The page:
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USCIS Announces Significant Public Charge Changes to Green Card Applications


The changes to Form I-485 will go into effect on December 23, 2022

Dec 7, 2022


USCIS building

The Biden administration announced that a new version of Form I-485 (Application for Adjustment of Status), which includes a new public charge portion and several additional questions, will be required for all green card applications starting on December 23, 2022.

Following the roll-back of the Trump Administration’s public charge policies, the Department of Homeland Security (DHS) published a new public charge rule on September 8, 2022, which determines whether green card applicants are inadmissible to the U.S. based on their likelihood to become a public charge. Under this new version of the rule, DHS considers an applicant a public charge risk if they are “primarily dependent on the government for subsistence, as demonstrated by either the receipt of public cash assistance for income maintenance or long-term institutionalization at government expense.” In practice, the new rule means significant changes to Form I-485 that will capture some of the information previously collected under the Trump administration with the discontinued Form I-944 (Declaration of Self Sufficiency).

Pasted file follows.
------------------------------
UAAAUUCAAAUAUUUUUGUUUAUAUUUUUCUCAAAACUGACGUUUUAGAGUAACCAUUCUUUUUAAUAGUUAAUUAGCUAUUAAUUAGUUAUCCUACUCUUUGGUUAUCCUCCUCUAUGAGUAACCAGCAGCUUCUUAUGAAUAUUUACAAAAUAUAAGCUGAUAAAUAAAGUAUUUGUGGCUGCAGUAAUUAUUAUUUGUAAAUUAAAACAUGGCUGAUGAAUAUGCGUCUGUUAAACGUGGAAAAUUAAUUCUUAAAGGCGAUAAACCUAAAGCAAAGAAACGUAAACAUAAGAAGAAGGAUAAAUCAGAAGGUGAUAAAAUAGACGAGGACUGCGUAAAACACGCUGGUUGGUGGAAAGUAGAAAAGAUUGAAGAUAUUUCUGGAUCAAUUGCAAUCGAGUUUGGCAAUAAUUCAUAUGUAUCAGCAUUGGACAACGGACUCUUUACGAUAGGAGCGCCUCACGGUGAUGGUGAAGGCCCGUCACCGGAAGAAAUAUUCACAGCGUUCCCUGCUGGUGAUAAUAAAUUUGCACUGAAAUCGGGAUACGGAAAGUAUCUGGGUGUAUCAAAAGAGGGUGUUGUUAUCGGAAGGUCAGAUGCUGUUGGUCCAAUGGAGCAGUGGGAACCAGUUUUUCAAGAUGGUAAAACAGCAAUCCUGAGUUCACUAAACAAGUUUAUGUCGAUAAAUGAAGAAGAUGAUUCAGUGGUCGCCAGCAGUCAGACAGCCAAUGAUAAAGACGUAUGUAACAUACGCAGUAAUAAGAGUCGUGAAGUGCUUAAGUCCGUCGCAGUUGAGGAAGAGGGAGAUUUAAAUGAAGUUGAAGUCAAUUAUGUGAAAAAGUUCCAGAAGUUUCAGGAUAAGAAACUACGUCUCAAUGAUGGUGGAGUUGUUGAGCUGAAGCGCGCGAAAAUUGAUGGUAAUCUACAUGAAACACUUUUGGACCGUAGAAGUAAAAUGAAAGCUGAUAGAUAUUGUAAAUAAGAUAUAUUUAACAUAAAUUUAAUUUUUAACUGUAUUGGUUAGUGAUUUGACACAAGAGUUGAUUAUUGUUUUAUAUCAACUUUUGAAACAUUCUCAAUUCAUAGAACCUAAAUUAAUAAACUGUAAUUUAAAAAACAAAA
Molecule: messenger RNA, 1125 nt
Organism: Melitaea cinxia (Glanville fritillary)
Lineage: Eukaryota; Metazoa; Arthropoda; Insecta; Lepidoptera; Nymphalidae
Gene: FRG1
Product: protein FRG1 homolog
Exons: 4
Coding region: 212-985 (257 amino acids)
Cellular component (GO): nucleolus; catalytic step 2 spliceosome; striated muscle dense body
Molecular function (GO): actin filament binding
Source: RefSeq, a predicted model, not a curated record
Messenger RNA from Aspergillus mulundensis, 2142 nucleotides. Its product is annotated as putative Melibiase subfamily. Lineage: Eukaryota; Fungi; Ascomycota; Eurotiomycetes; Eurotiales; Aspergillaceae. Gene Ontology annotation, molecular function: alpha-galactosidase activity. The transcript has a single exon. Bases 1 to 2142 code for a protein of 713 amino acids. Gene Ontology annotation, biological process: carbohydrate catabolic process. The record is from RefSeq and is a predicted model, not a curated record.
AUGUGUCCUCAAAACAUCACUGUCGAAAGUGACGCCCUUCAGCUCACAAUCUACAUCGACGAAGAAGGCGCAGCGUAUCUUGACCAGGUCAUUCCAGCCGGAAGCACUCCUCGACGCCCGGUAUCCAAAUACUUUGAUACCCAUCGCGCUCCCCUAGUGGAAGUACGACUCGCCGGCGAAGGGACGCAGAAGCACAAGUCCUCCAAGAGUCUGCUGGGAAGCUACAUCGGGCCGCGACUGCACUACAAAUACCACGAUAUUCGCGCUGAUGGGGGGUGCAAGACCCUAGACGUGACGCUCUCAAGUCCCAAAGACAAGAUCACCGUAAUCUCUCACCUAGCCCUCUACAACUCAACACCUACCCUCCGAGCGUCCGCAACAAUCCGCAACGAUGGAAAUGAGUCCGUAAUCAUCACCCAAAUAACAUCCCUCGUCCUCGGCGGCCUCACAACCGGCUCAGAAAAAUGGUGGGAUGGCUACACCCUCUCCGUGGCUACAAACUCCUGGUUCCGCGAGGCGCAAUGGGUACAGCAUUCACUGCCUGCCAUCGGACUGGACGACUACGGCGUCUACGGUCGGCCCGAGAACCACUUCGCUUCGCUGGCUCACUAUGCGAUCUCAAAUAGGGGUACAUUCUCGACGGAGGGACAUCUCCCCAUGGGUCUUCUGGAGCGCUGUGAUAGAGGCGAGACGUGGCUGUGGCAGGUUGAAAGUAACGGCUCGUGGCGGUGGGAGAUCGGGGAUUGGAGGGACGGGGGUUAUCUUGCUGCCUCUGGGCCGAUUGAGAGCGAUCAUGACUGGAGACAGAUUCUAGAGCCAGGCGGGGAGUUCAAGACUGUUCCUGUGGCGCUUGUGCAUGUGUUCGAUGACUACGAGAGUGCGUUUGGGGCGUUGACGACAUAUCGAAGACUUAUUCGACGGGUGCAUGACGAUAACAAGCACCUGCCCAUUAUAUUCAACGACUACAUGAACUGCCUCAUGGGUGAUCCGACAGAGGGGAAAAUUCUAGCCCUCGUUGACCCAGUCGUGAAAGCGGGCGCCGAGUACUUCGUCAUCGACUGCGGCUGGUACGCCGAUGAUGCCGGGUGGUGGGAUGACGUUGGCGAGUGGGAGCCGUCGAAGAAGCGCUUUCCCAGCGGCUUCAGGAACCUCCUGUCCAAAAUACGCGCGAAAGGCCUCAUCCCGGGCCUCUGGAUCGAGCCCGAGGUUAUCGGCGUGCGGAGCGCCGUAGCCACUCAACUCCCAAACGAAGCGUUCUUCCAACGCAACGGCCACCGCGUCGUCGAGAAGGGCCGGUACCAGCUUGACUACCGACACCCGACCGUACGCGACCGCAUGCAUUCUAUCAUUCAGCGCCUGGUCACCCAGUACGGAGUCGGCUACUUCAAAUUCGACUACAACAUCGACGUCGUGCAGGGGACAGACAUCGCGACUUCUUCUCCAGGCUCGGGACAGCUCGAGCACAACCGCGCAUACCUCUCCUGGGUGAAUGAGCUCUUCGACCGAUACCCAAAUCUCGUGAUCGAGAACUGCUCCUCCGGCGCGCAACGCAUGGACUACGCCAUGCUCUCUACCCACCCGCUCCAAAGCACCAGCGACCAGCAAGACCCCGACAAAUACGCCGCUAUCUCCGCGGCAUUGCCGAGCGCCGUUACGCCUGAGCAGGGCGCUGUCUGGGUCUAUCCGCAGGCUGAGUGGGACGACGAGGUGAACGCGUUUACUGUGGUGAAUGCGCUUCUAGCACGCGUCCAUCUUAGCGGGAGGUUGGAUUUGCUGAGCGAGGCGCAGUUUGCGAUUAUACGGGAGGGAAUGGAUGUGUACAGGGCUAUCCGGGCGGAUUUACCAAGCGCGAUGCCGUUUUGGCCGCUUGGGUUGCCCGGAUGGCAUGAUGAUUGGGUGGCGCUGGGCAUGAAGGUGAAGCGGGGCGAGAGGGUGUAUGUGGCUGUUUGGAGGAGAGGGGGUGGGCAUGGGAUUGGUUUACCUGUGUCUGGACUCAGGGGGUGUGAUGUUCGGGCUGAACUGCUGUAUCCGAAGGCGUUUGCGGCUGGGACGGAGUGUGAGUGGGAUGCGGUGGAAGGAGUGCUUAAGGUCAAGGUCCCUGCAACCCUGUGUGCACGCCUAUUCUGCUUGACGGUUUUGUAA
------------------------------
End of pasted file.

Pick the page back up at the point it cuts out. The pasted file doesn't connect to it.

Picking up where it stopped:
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The final rule is effective December 23, 2022, meaning the new version of Form I-485 will be required for all applications postmarked on or after the effective date. U.S. Citizenship and Immigration Services (USCIS’) requirement for the new form version deviates significantly from the grace period it typically provides for form updates.

Based on the preview version of the updated Form I-485 released by USCIS, if an applicant answers “yes” to being subject to public charge ground of inadmissibility on their form, they must provide the following information:

  • Household size
  • Annual household income
  • Total value of household assets
  • Total value of household liabilities
  • Highest degree or level of school completed
  • List of work-related skills, certifications, licenses, educational certificates
  • If an applicant has ever received cash benefit programs for income maintenance
  • If an applicant has ever received long-term institutionalization at the government’s expense

According to USCIS’ preview version of the updated form, no additional supporting documents will be required for the new public charge section.

This is a developing story with more details to come.


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